By the early 1920s, American attitudes toward “The War to End All Wars” had changed; disillusionment with the protracted deadlock between Democrats and Republicans over the Versailles Treaty, combined with disenchantment over the Treaty itself, in which many of the idealistic principles of Wilson’s Fourteen Points were apparently bargained and compromised away, had left a bitter taste and fueled isolationist attitudes.

Despite the protracted political maneuverings of the immediate postwar period, the desire to honor the sacrifice of the nation in The World War was strong among many segments of the population and throughout the 1920s and 1930s literally thousands of memorials of various kinds were erected at local and state levels.  The quest to create a national memorial to honor those Americans who died in The World War was also strong in the immediate post-war period though only partly successful.

One plan to construct what was, at least in part, a WW1 memorial on the National Mall was a joint venture between the Smithsonian Institution and an organization known as the George Washington Memorial Association.  In 1914 the two organizations sponsored an architectural design competition for a large multi-use facility honoring the nation’s first President to be built on Constitution Avenue near 7th Street.  Apparently, by the time ground was broken in 1921, the building’s focus had expanded and “The George Washington Victory Memorial Building” would also pay tribute to the Doughboys with a museum and archives dedicated to The World War.  By 1924 the construction site, which included the completed foundation and grand entrance stairway, was fenced in while fundraising efforts were mounted to complete the project.  For over a decade, the organizers persevered, but evidently were unable to generate the public support needed to finish the building.  Undoubtedly the onset of The Great Depression in 1929 sealed the fate of “The George Washington Victory Memorial Building”, though one must also consider the war’s political aftermath in America when evaluating the failure of the public fundraising effort.  Finally, in 1937, the uncompleted building’s foundation and stairway were pulled down to make way for what is today The National Gallery.

An artist's rendering of the planned George Washington Victory Memorial Building.

An artist’s rendering of the planned George Washington Victory Memorial Building.

On March 4, 1921, while the debate over the Versailles Treaty raged in the Senate, the government set the wheels in motion for a national memorial that would, ultimately, be realized.   On that day Congress, approved a plan for the burial of an unidentified American soldier near the recently completed Memorial Amphitheater in Arlington National Cemetery.  Accordingly, on October 22, 1921, the body of an unidentified American was exhumed from each of the nation’s four WW1 cemeteries in France. Each body was examined to confirm that it was that of an AEF soldier who had died from wounds sustained in combat, after which the remains were placed in wooden caskets and transported to the town hall of Chalons-sur-Marne (now known as Chalons-en-Campagne) some 90 miles east of Paris, where an honor guard of French troops awaited their arrival.  A picked group of six highly decorated non-commissioned officers from the US Army occupation force in the Rhineland then converged on Chalons-sur-Marne to act as official pall bearers for the unknowns.  Among those was Sergeant Edward F. Younger who had been twice wounded and received the Distinguished Service Cross while participating in the battles of Chateau-Thierry, St. Mihiel, and the Meuse-Argonne.  To his surprise, Sergeant Younger was directed by the presiding officer to choose one of the unknowns to be buried at Arlington.  Left alone with the four unmarked caskets, Sgt. Younger circled them three times before placing a bouquet of roses on the third casket from the left.  The remaining three unknowns were subsequently re-interred at the Meuse-Argonne American Cemetery, while the casket chosen by Sgt. Younger was transported to Le Havre and embarked on the cruiser USS OLYMPIA which arrived at the Washington Navy Yard on November 9, 1921.  After lying in state at the Capitol, the casket of The Unknown Soldier was buried in a specially prepared tomb at Arlington National Cemetery on November 11, the third anniversary of the Armistice.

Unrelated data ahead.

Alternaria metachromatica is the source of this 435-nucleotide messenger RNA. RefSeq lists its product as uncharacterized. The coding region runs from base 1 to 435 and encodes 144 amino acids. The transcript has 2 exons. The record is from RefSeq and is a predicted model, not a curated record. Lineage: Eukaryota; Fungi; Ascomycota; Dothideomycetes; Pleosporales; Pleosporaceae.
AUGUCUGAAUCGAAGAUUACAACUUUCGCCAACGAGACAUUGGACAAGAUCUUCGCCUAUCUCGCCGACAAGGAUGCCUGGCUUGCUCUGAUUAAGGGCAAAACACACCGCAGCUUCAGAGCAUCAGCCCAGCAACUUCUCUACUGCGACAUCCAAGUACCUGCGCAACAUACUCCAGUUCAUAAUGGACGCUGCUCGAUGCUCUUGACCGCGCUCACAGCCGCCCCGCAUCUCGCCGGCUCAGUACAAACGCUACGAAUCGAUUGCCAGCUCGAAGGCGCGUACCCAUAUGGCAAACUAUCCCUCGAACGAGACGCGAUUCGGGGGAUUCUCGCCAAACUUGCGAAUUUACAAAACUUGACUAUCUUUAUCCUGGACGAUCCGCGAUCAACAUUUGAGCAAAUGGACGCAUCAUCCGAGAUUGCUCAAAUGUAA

The now-familiar marble sarcophagus which sits atop the Unknown Soldier of WW1 was installed and dedicated in 1932.  Later, American unknown soldiers from WW2, Korea and Vietnam were interred in tombs adjacent to the WW1 unknown and collectively this spot near Arlington’s Memorial Amphitheater is today known as The Tomb of the Unknowns (although the Vietnam unknown was later identified and exhumed for reburial in 1998).  Guarded 24 hours a day by soldiers from the 3rd United States Infantry, the tomb of America’s WW1 Unknown Soldier is among the most hallowed ground in the nation and one of the most iconic places in the Washington, DC metro area.

 

The burial of the Unknown Soldier of WW1, Arlington National Cemetery, November 11, 1921.

The burial of the Unknown Soldier of WW1, Arlington National Cemetery, November 11, 1921.